Individuals age 49 and older with cataract and those age 49 to 74 years with age-related macular degeneration appear to have higher mortality rates over an 11-year period than those without such visual impairments, according to a report in the July issue of Archives of Ophthalmology, one of the JAMA/Archives journals1.
Several studies have shown associations between visual problems and the risk of death in older individuals, according to background information in the article. “The mechanisms for higher mortality associated with visual impairment remain unclear,” the authors write. “It could be attributed to age-related ocular conditions, such as age-related macular degeneration (ARMD) or cataract, which can be markers of biological aging. Alternatively, visual impairment and its related ocular conditions could share a similar pathogenesis with other conditions associated with increased mortality.”
Sudha Cugati, M.S., of the University of Sydney, Australia, and colleagues assessed 3,654 individuals age 49 and older who were part of the Blue Mountains Eye Study, an ongoing examination of visual disorders in the
“After adjusting for factors that predict mortality, neither visual impairment nor ARMD was significantly associated with all-cause mortality in all ages,” the authors write. “Among persons younger than 75 years, however, ARMD predicted higher all-cause mortality.” Among participants of all ages, having cataract also was associated with a higher risk of death from any cause.
It remains unclear whether there is a direct or indirect link between visual impairment and death or if another factor not measured in this study affected the results, the authors note. “The implications of these findings also remain uncertain: whether such an association indicates that visual impairment, age-related eye disease or both are markers of aging and frailty or whether these ocular conditions accelerate aging, thus leading to relatively earlier death in older persons,” they conclude. “If a direct or indirect causal effect from visual impairment on earlier death is confirmed, regular assessment of vision in older persons may lead to early detection, facilitating treatments that could reduce the impact of visual impairment.”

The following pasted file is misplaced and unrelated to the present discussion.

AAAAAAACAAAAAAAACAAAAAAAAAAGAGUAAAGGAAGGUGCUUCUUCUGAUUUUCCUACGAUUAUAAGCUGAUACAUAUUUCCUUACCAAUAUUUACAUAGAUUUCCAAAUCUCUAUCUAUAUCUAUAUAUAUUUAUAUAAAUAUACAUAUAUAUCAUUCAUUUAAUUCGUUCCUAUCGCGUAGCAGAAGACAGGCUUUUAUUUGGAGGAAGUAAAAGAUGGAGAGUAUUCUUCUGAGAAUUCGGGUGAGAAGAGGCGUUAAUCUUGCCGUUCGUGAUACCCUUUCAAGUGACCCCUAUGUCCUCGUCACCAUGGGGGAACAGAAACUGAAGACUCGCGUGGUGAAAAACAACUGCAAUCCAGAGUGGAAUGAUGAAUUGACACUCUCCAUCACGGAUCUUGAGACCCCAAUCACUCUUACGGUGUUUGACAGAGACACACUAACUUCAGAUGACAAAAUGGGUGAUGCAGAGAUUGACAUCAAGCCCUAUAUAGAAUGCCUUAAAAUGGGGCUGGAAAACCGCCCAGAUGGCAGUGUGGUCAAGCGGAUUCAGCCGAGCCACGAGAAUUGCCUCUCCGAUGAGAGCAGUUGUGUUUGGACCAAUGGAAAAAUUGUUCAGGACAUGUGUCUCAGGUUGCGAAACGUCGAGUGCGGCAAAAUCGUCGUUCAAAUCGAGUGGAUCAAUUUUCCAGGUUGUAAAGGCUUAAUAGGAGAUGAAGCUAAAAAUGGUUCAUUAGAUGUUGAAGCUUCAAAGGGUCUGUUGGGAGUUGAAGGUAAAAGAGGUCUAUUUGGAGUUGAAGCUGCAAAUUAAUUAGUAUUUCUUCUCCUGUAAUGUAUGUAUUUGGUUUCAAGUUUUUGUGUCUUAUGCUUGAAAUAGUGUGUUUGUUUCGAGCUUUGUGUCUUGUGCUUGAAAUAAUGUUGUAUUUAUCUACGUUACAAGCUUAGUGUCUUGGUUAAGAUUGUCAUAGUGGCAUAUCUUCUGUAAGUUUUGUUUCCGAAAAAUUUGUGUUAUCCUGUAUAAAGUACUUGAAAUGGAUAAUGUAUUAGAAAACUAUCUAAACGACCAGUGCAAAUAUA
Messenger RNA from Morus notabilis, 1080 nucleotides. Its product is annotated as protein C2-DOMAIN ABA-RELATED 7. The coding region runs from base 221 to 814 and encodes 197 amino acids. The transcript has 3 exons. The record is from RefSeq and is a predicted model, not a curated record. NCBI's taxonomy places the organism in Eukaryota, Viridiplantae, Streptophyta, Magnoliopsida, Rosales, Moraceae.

A related article in the same edition of the journal reports that many nursing home residents may not receive regular eye examinations.
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Previous studies have estimated that nursing home residents have visual impairment rates anywhere from three to 15 times higher than adults of the same age living in the community, according to background information in the article. “Reasons for these high vision impairment rates among nursing home residents are not fully understood,” the authors write. “A variety of factors may contribute, including that persons with vision impairment may be more likely to be admitted to nursing homes, nursing home residents may have limited accessibility to doctors’ offices because of lack of transportation and escort availability, residents may not wear spectacles even though they have them, family and health care professionals may believe that cognitively impaired persons do not personally benefit from treatments to improve vision and there is a shortage of eye care professionals who routinely serve clientele living in nursing homes.”
Cynthia Owsley, Ph.D., M.S.P.H., and colleagues at the
Fifty seven percent of the residents were visually impaired, defined as having visual acuity of worse than 20/40 in the better eye. This compares with rates of approximately 10 percent to 20 percent among adults 60 or older living in the community nationwide. Three-fourths of the participants had abnormal binocular contrast sensitivity, or the ability to detect boundaries between objects and changes in brightness, which is important for mobility and reading.
“It appears that routine eye care may not be taking place for a substantial segment of the nursing home residents in our sample, as implied by our data in several ways,” the authors write. Although 90 percent of the residents had some form of health insurance, 66 percent of them had no reference to eye examinations in their medical records. When asked about their most recent eye exam, 28 percent said it was in the previous year, 20 percent indicated that it was more than two years ago or used words indicating that it was a very long time ago, and one-third did not know.
“Information about the extent to which this visual impairment is remediable was unavailable to the study, so whether high visual impairment rates can be interpreted as underutilization of routine eye care may be questionable. Yet some credence is lent to this possibility based on a previous study estimating that 37 percent of the visual impairment and 20 percent of the blindness among nursing home residents is remediable by refractive error correction,” the authors conclude. “These findings underscore the need to better understand the causes of high visual impairment rates in nursing home residents and to evaluate interventions to improve the visual status of this population.” They also highlight the urgent need for relevant policy formulations and implementations given the potential implications of the findings of these studies.
1. Arch Ophthalmol. 2007; 125(7):917-924.
2. Arch Ophthalmol. 2007; 125(7):925-930.